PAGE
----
Hypoxia pp 143-143 | Cite as

The Hypoxic Brain

  • Thomas F. Hornbein
Part of the Advances in Experimental Medicine and Biology book series (AEMB, volume 474)


The brain thrives on oxygen. High altitude poses a tax upon the oxygen supply. In spite of adaptations to a low partial pressure of oxygen, notably a resetting of cerebral blood flow, the paucity of oxygen in high places can make a lasting impression on our most precious organ. Among the physiological questions are: How does real-time hypoxia affect judgement and performance at high altitude? How might the hypoxia of high altitude cause long-lasting injury to the brain? How does hypoxia cause AMS, particularly its most common symptom, headache, and is AMS just early HACE? What tools can we apply to studying the human brain to begin to obtain answers to questions such as those above? In this section, we will explore three pieces of these various puzzles: 1) how brain cells get injured (Hossman); 2) what causes headache (Moskowitz); and 3) how we might better probe the mysteries of what’s going on inside the human brain at high altitude (Raichle).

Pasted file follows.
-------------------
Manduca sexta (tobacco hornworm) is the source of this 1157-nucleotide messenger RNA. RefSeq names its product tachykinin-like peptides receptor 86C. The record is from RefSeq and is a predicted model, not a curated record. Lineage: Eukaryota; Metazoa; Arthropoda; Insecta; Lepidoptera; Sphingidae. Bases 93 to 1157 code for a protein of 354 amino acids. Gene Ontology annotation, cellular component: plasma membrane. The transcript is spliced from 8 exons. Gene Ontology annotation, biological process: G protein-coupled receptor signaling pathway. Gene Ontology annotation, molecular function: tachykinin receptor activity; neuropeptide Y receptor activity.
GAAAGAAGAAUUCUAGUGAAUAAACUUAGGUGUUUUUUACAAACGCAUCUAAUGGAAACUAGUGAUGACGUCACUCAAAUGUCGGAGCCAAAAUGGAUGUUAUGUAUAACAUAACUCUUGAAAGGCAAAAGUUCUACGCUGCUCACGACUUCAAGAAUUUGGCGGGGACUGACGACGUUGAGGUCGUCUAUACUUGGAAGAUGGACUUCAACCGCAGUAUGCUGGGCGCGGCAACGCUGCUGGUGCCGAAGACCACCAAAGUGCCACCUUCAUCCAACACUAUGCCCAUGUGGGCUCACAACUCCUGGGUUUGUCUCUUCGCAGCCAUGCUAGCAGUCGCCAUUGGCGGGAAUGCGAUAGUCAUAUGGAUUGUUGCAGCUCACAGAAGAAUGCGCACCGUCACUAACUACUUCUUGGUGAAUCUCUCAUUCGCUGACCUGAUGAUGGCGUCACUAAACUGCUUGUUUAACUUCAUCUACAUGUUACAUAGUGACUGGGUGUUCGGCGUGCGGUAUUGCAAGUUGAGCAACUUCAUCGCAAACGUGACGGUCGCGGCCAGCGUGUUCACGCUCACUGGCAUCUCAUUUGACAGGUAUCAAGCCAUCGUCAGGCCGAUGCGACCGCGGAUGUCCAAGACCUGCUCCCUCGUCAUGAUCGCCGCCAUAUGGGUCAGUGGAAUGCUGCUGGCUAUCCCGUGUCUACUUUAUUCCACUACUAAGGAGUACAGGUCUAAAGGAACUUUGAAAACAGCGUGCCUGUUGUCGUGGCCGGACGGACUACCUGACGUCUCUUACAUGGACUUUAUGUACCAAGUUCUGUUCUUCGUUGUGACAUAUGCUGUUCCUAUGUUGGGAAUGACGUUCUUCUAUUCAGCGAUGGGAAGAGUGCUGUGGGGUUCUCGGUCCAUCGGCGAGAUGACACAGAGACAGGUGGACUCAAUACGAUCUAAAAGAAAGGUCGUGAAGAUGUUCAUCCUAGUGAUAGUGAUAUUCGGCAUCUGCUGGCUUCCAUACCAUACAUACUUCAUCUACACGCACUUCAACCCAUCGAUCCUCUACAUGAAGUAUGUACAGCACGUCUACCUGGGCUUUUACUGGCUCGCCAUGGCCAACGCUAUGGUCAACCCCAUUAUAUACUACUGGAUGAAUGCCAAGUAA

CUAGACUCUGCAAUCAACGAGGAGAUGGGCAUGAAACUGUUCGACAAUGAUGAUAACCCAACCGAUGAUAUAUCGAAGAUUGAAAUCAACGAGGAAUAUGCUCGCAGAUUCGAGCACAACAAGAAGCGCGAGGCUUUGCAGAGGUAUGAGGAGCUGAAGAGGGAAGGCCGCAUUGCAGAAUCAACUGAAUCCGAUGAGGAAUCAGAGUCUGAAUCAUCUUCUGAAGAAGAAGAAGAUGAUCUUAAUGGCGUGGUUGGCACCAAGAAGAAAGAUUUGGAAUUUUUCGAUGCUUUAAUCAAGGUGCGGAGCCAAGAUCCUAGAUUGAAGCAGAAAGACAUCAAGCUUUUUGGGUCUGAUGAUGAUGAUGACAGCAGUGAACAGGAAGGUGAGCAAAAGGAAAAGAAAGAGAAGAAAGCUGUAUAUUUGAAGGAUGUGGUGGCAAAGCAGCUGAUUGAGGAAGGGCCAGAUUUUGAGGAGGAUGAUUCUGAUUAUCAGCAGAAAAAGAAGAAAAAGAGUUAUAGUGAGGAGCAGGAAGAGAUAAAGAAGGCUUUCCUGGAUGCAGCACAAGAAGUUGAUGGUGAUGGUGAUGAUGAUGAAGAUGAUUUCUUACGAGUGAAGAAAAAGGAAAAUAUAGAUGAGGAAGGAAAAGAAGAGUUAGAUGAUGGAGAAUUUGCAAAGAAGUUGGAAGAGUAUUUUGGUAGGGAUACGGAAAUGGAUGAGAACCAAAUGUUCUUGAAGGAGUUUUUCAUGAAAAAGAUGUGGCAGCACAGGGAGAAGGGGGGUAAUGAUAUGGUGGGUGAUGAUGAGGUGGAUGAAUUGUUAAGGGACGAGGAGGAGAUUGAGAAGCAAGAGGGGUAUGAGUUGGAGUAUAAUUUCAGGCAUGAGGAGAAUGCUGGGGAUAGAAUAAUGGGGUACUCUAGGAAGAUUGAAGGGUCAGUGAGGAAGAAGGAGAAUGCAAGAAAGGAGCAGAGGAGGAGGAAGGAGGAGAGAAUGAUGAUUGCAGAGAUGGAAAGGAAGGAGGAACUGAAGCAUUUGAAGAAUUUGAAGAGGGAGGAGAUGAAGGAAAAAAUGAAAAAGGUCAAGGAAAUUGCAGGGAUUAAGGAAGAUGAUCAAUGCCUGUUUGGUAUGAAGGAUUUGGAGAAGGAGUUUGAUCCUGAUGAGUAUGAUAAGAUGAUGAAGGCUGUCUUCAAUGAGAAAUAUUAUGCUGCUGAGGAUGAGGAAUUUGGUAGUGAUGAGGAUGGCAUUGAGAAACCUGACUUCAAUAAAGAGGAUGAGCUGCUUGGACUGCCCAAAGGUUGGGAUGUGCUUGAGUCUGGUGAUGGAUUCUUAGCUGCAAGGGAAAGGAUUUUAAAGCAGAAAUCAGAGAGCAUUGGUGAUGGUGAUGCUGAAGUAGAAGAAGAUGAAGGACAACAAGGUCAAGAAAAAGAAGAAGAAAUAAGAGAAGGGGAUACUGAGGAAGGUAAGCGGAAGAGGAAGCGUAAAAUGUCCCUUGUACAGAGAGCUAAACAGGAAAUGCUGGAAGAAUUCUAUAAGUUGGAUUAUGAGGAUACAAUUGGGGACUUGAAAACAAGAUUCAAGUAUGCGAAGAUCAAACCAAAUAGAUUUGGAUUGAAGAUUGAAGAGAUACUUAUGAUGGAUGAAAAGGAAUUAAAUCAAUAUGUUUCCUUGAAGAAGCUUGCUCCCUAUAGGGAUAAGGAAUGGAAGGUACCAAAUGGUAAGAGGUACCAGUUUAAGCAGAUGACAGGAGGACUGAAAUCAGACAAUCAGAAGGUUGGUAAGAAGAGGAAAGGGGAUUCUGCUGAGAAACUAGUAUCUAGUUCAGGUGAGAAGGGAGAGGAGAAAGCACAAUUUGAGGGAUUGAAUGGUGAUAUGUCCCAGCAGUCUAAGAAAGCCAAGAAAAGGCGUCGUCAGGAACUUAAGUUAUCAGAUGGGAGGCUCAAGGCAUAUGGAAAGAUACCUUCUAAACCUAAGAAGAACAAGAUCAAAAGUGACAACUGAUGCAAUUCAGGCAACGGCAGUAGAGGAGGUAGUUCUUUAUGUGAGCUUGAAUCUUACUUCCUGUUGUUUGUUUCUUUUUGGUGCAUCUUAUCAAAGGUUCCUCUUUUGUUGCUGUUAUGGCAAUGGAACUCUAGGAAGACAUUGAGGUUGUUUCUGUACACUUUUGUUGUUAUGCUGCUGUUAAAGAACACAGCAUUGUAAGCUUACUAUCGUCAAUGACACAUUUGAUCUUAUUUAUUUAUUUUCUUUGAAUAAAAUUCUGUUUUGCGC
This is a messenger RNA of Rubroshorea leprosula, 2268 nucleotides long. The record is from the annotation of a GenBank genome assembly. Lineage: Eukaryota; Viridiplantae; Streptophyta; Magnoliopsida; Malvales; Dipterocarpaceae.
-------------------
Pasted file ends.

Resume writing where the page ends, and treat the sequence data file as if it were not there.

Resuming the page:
Key words

brain hypoxia acute mountain sickness high altitude cerebral edema brain injury brain imaging 

Copyright information

© Springer Science+Business Media New York 1999

Authors and Affiliations

  • Thomas F. Hornbein
    • 1
  1. 1.Departments of Anesthesiology and Phsiology and BiopyhsicsUniversity of WashingtonSeattleUSA

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